Invasive plants, also known as noxious weeds are non-native plants that have been introduced to B.C. Without their natural predators that help keep them in check in their native habitats, these alien plants grow very aggressively and pose a threat to our natural ecosystems, biodiversity, humans, wildlife and the economy. One such invasive plant is Giant Hogweed, and it is often mistaken for a local native plant called Cow Parsnip.
The two plants do look very similar to each other, but only Giant Hogweed is classified as a provincially noxious invasive weed and has phototoxic stems and leaves containing a poisonous sap that makes skin sensitive to light often leading to serious burns and painful blisters (note: Cow Parsnip can also irritate the skin but to a much lesser extent). Protective clothing should be worn when handling either plant and wash any skin that has been exposed with soap and water then keep skin covered.
So how can you tell the difference between the two and what should you do?
Height: Cow Parsnip fully grown tops around seven feet, while Giant Hogweed can reach heights of 14 feet or taller.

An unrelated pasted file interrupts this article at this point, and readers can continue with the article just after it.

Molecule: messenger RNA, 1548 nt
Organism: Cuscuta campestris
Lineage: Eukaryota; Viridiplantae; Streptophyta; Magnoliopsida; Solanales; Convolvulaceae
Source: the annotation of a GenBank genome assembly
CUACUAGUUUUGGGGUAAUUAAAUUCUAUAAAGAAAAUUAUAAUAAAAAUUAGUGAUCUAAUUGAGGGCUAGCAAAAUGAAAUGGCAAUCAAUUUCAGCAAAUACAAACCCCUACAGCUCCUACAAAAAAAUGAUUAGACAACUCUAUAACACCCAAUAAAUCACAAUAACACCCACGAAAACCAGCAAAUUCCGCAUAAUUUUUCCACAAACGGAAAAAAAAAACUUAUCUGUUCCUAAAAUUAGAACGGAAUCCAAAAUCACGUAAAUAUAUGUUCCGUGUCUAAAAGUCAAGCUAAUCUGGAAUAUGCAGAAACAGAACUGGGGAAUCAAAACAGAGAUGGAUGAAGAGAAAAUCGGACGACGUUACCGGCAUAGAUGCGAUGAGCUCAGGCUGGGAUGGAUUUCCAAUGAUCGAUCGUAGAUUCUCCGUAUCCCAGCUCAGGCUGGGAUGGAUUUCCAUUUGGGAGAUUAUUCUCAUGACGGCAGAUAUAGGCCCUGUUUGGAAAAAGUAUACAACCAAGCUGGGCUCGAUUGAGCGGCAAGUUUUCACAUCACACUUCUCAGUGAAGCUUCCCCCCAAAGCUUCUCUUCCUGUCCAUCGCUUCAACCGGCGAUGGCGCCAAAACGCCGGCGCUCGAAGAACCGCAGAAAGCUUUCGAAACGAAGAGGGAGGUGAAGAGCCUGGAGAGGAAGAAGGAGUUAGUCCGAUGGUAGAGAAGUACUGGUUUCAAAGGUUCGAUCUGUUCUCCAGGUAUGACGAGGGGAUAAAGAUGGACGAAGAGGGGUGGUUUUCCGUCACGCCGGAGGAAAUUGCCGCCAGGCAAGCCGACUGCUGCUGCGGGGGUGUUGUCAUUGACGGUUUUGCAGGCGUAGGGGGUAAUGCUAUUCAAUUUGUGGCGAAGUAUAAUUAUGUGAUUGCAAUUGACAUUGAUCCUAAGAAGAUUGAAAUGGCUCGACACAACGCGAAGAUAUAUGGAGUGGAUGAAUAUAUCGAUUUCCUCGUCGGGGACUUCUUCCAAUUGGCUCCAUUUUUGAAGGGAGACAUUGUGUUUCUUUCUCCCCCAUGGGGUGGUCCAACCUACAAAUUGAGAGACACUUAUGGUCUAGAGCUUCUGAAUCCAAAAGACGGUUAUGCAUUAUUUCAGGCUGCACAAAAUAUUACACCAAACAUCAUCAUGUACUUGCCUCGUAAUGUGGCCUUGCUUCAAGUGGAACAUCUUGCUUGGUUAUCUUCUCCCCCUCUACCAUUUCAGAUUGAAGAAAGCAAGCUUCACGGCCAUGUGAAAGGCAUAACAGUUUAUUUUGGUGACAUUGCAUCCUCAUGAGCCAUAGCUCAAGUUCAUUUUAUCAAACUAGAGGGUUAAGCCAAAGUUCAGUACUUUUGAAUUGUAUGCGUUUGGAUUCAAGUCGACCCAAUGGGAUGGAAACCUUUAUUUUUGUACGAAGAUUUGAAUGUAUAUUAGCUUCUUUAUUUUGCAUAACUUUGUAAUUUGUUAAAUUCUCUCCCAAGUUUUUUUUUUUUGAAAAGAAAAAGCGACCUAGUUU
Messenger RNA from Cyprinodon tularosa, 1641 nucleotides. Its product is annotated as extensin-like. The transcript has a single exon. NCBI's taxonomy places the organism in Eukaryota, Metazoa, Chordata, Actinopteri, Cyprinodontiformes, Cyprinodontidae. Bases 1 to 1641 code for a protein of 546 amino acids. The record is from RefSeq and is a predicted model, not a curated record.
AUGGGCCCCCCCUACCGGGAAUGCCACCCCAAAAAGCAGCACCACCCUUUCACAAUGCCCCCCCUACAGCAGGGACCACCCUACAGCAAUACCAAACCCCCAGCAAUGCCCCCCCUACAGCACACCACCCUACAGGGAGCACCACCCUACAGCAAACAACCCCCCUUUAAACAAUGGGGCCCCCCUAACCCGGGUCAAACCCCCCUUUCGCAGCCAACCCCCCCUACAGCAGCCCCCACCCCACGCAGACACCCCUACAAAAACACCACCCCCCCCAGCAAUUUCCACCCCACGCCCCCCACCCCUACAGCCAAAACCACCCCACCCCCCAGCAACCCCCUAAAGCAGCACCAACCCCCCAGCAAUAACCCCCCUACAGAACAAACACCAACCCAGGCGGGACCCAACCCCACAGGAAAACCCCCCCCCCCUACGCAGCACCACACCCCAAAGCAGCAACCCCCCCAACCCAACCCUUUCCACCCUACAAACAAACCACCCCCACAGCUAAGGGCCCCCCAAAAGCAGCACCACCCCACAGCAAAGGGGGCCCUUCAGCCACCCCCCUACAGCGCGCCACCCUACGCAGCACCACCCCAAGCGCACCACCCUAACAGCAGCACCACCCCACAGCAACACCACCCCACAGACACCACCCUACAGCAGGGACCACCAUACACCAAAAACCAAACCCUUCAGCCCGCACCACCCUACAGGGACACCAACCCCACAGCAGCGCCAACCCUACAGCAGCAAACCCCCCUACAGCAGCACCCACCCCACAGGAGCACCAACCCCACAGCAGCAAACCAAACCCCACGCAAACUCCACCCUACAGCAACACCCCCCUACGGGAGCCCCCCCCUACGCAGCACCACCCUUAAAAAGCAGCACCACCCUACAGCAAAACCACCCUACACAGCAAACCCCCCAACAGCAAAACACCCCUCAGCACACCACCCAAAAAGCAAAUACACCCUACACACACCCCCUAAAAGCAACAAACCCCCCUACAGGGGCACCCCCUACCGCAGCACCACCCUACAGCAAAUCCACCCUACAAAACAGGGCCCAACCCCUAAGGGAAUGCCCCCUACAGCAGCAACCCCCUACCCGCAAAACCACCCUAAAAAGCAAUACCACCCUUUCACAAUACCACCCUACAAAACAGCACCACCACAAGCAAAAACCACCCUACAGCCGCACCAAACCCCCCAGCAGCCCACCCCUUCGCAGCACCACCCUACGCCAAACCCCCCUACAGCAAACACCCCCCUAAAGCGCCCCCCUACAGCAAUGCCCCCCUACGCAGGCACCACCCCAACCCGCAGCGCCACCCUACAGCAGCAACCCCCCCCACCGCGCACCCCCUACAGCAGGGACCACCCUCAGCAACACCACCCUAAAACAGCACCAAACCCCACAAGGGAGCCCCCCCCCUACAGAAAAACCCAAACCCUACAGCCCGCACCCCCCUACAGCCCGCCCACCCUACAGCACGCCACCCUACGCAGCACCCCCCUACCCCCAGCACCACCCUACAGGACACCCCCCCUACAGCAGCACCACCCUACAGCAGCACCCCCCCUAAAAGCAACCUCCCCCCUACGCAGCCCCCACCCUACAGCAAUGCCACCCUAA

Stems: Cow Parsnip stems are green and ridged with fine white hairs. Giant Hogweed stems are green but with purple/reddish splotches and much coarser white hairs.
Leaves: Cow Parsnip leaves are similar to that of a maple leaf, while Giant Hogweed leaves have visible knife-like serrated edges (see pictures).
Flower Cluster: Cow Parsnip has up to 30 rays per flower cluster, while Giant Hogweed can almost double that and have 50 rays. Rays, are the stems of the flowers protruding from the main stem of the plant (see diagram).
For more information on identification, removal and disposal of Giant Hogweed, please view or download the National Factsheet with full colour pictures. Available online, find a link to this factsheet at http://cccipc.ca/index.php/about-us/links/ or email email@example.com for a copy.
To report invasive plants in the CRD please call 1-800-665-1636, in BC to 1-888-WEEDS-BC or online to www.reportaweedbc.ca (or download the free phone app). For more information on other invasive plants in this region please visit the Cariboo Chilcotin Coast Invasive Plant Committee website at www.cccipc.ca or call 250-855-WEED (9333).
The CCCIPC gratefully acknowledges the financial support of the Province of British Columbia.
Jessica Knodel is the CCCIPC co-ordinator.